In high-end audio equipment, careful selection of resistors is one of the best ways to avoid or minimize noise and distortion in the signal path. This paper describes the noise generation in resistors manufactured using the various available resistor technologies and quantifies the noise insertion typical for each type.
Noise is an unwanted wide spectrum signal that may be superimposed on any useful signal, including DC. Resistors, like other passive components, are noise sources to various degrees, depending upon resistance value, temperature, applied voltage, and resistor type.
Many experiments have been done to show why some resistors are "noisier" than others. But the only test that audio experts and audiophiles have agreed on is comparing the level of fidelity that results when different resistor technologies are used in actual audio systems.
Noise in resistors
Overall resistor noise has several components. The most relevant for audio applications are thermal noise and current noise.
Thermal noise is notable for being independent of the resistive material. In fact, the thermal noise level is the same for any type of resistor provided the resistances and temperatures are the same.
The voltage power spectral density (PSD) of thermal noise ST [V2/Hz] is uniformly distributed through the entire range of frequencies. It may be presented by the following expression [1, p.76]:
ST = 4kTR
R - resistance of a resistor [Ω],
T - resistor temperature [K],
k = 1.3807×10-23 J/K - Boltzmann's constant.
Current noise, on the other hand, has a direct relationship to the type of resistive material. The spectral density of voltage of current noise SE is found experimentally to be directly proportional to the square of DC voltage drop U across the resistor and inversely proportional to the frequency f [2, p.164]:
SE = (C • U2) / f
C is a constant that depends on material of the resistive element and its manufacturing process. The spectral density S of the total noise voltage in the resistor is presented in Fig. 1.
Figure 1. Spectral density of total noise voltage in resistor.
The current noise level in a resistor is commonly expressed in units of µV/V or in decibels (in terms of Noise Index [NI]dB
[NI]dB = 20log[(u / U) • 106]
where u is root mean square noise voltage over a decade bandwidth, and U is the DC voltage drop across the resistor. Both u and U are measured in volts. The lower the Noise Index, the lower the level of current noise in the resistor.
The Noise Index of resistors manufactured using different technologies is presented in the graph below [2, p.168].
Figure 2. Average noise indexes of commercial resistors.
As the graph shows, resistors based on composition resistive materials such as carbon and thick film have the highest level of current noise. Why? Because of the significant non-homogeneity of these resistive element materials. The conduction path in composite materials is formed by the conductive particles touching one another in an isolative matrix. Non-stable contacts in these "touching sites" generate noise when electrical current runs across them.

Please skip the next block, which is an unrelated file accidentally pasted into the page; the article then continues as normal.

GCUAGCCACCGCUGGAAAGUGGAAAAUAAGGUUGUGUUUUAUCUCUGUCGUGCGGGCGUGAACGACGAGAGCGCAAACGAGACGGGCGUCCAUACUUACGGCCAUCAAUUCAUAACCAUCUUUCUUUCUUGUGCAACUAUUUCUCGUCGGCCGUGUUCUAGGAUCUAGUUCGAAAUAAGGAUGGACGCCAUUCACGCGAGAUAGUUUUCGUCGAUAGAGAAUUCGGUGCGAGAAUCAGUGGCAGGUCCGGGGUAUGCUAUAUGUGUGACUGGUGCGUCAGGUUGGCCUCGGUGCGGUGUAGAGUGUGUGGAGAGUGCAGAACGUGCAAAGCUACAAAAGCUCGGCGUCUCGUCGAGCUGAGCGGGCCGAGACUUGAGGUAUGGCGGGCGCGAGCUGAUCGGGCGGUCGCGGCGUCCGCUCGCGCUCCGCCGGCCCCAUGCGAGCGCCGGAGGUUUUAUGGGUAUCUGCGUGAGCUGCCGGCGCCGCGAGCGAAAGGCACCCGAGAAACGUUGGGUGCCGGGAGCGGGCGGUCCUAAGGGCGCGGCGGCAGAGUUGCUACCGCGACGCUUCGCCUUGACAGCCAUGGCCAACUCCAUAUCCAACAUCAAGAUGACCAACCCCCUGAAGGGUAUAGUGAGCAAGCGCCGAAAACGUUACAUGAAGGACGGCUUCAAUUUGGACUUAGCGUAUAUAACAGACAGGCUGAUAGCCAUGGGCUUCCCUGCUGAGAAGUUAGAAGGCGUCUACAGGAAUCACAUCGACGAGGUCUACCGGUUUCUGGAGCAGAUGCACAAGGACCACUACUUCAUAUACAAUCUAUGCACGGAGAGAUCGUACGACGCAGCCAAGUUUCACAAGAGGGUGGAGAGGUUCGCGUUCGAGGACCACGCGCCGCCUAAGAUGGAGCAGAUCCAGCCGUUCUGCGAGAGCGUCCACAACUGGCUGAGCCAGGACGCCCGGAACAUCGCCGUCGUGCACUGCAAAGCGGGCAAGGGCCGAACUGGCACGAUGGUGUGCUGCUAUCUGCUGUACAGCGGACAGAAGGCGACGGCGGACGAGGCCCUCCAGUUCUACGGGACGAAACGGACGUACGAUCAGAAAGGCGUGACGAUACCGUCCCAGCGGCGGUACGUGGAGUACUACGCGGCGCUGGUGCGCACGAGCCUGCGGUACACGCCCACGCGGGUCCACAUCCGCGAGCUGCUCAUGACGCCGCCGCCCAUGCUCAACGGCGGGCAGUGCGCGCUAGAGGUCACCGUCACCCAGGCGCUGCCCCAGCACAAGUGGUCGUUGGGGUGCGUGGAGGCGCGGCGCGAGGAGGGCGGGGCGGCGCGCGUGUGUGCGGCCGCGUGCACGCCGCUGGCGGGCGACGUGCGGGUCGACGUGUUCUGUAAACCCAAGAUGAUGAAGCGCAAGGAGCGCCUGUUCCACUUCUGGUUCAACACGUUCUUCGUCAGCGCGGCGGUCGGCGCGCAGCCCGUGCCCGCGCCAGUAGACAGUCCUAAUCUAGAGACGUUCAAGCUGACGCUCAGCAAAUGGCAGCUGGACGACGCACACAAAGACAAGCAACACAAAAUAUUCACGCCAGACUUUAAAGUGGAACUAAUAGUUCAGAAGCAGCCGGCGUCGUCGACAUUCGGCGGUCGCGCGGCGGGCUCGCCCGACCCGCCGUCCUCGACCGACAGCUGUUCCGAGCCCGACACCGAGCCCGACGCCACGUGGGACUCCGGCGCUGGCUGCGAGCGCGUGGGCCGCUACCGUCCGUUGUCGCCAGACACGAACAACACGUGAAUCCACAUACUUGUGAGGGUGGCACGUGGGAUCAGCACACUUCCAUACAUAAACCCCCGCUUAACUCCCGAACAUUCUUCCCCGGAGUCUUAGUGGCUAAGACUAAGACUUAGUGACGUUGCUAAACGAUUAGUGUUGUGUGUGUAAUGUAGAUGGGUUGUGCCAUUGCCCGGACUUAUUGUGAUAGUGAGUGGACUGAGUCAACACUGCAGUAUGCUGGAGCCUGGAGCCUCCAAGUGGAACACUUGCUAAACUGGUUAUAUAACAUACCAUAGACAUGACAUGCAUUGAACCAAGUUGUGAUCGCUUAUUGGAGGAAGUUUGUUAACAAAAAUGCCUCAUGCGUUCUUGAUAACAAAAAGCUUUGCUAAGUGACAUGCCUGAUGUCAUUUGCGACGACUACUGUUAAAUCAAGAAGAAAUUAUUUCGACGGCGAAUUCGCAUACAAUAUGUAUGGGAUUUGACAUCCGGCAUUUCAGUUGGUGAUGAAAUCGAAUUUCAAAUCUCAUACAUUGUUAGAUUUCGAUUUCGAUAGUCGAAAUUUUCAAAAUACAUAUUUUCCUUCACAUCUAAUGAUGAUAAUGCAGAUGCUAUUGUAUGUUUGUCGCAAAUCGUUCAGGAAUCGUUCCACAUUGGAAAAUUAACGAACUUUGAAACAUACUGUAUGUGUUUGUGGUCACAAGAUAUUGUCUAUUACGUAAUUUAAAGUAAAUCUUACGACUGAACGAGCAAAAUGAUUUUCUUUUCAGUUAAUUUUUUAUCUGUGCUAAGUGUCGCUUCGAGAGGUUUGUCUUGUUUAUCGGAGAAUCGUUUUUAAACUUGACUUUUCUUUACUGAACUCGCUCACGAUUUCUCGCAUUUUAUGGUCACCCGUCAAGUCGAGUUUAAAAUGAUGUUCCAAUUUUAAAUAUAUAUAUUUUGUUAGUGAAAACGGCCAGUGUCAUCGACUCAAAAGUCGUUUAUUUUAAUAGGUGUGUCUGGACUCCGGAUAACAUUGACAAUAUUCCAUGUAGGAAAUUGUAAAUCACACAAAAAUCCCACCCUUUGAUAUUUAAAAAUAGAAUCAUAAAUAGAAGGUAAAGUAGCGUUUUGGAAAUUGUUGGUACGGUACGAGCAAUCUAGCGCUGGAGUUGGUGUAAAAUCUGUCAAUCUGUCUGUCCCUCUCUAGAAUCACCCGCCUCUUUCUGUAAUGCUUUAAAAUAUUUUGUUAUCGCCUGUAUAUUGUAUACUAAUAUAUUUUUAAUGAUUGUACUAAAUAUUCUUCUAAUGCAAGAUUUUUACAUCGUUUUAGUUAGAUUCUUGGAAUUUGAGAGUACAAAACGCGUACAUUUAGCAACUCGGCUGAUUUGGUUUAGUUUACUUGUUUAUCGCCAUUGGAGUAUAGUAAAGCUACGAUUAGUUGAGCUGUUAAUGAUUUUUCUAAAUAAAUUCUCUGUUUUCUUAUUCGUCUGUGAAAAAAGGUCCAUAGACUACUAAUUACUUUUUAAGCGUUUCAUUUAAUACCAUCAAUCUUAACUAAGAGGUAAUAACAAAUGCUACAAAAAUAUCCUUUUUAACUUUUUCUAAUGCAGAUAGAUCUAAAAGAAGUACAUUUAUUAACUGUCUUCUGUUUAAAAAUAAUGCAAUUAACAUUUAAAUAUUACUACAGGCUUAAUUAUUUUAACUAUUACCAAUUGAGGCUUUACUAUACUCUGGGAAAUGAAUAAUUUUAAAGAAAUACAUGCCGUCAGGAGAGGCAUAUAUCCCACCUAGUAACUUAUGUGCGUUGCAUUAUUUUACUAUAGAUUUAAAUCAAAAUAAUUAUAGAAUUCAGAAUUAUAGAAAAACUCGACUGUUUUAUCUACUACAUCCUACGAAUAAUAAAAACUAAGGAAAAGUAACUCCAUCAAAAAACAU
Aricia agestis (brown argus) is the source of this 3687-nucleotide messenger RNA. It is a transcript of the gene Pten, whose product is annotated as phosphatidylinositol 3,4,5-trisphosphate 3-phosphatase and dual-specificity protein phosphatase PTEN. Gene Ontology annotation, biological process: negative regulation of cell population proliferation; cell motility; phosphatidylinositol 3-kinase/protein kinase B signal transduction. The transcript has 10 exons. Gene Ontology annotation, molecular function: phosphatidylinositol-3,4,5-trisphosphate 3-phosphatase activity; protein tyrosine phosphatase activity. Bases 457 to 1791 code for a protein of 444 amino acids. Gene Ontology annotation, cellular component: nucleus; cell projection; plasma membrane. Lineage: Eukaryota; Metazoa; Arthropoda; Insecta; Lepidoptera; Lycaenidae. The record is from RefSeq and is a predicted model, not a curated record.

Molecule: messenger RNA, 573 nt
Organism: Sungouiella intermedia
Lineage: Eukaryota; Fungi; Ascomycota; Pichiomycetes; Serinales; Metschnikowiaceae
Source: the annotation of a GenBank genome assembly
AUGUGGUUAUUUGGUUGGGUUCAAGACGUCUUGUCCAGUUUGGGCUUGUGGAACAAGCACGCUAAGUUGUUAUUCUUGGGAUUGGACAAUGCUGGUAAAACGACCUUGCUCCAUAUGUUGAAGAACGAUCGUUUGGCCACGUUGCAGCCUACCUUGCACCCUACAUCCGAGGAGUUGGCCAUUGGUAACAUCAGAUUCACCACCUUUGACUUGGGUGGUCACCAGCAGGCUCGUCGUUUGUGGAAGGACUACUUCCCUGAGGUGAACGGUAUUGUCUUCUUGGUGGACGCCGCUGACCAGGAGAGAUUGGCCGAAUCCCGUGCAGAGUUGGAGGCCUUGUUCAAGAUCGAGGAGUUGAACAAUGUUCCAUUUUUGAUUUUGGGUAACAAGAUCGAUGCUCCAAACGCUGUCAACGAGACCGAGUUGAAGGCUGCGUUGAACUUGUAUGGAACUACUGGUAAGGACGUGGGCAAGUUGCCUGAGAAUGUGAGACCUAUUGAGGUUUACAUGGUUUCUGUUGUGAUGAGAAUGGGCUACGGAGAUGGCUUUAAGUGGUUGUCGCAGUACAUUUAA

Thin-film resistors have a considerably more homogeneous structure and consequently are less noisy. Thin films are deposed using evaporating or sputtering of resistive material (for example tantalum nitride TaN, silicon chromium SiCr, and nickel chromium NiCr) onto a ceramic substrate. The thickness of the layer varies typically from 10 to 500 angstroms depending on the resistance value.
The noise in thin films results from the occlusions, surface imperfections, and non-uniform depositions which are more significant when the film is thinner. That is why the thicker the resistive film, the lower the resistance value and thus the lower the noise level.
The lowest noise level is observed in resistors with bulk metal resistive elements: foil and wirewound. Wire is made of metal alloys similar to foil material, but additional noise may come from the junction of the fine wire of the resistive element and the comparatively coarse resistor terminals. In foil resistors, the terminals and the resistive element are parts of the same piece of the foil, so this problem is avoided.
But the major objection to wirewound resistors is their inductance, which results in chopping the signal peaks1, and the significant dependence of resistor impedance on signal frequency. In addition, special attention must be paid to the following effects associated with reactance of wirewound resistors:
- The audio amplifier may oscillate spontaneously at 5 MHz to over 50 MHz affecting audio quality [3, p.22-6].
- Equivalent series inductance (ESL) can cause large phase shifts affecting audio tone [3, p.22-6].
- The wire coil may act as a pick-up of EMI that may surpass the level of usual current noise [2, p.167].
Foil resistors avoid these problems because they are structured using chemical etching of a flat bulk metal foil so that the current in adjacent current carrying paths runs in opposing directions, cancelling parasitic inductance of these paths. Also, path-to-path capacitances are connected in series, which has the effect of minimizing the parasitic capacitance of the resistor. These low-inductance/capacitance resistors are characterized by nonmeasurable peak-to-peak signal distortions.
1 The effect of peak chopping originates from the entire amplifier circuit that comprises wirewound resistors. ESL in wirewound resistors (sometimes together with parasitics of other components) may result in signal phase shift that is sufficient for amplifier “ringing” on signal transitions (peaks). This high-frequency "ringing" (chopping signal) fills relatively low-spectrum audio signal peaks (chops them). It is illustrated graphically below: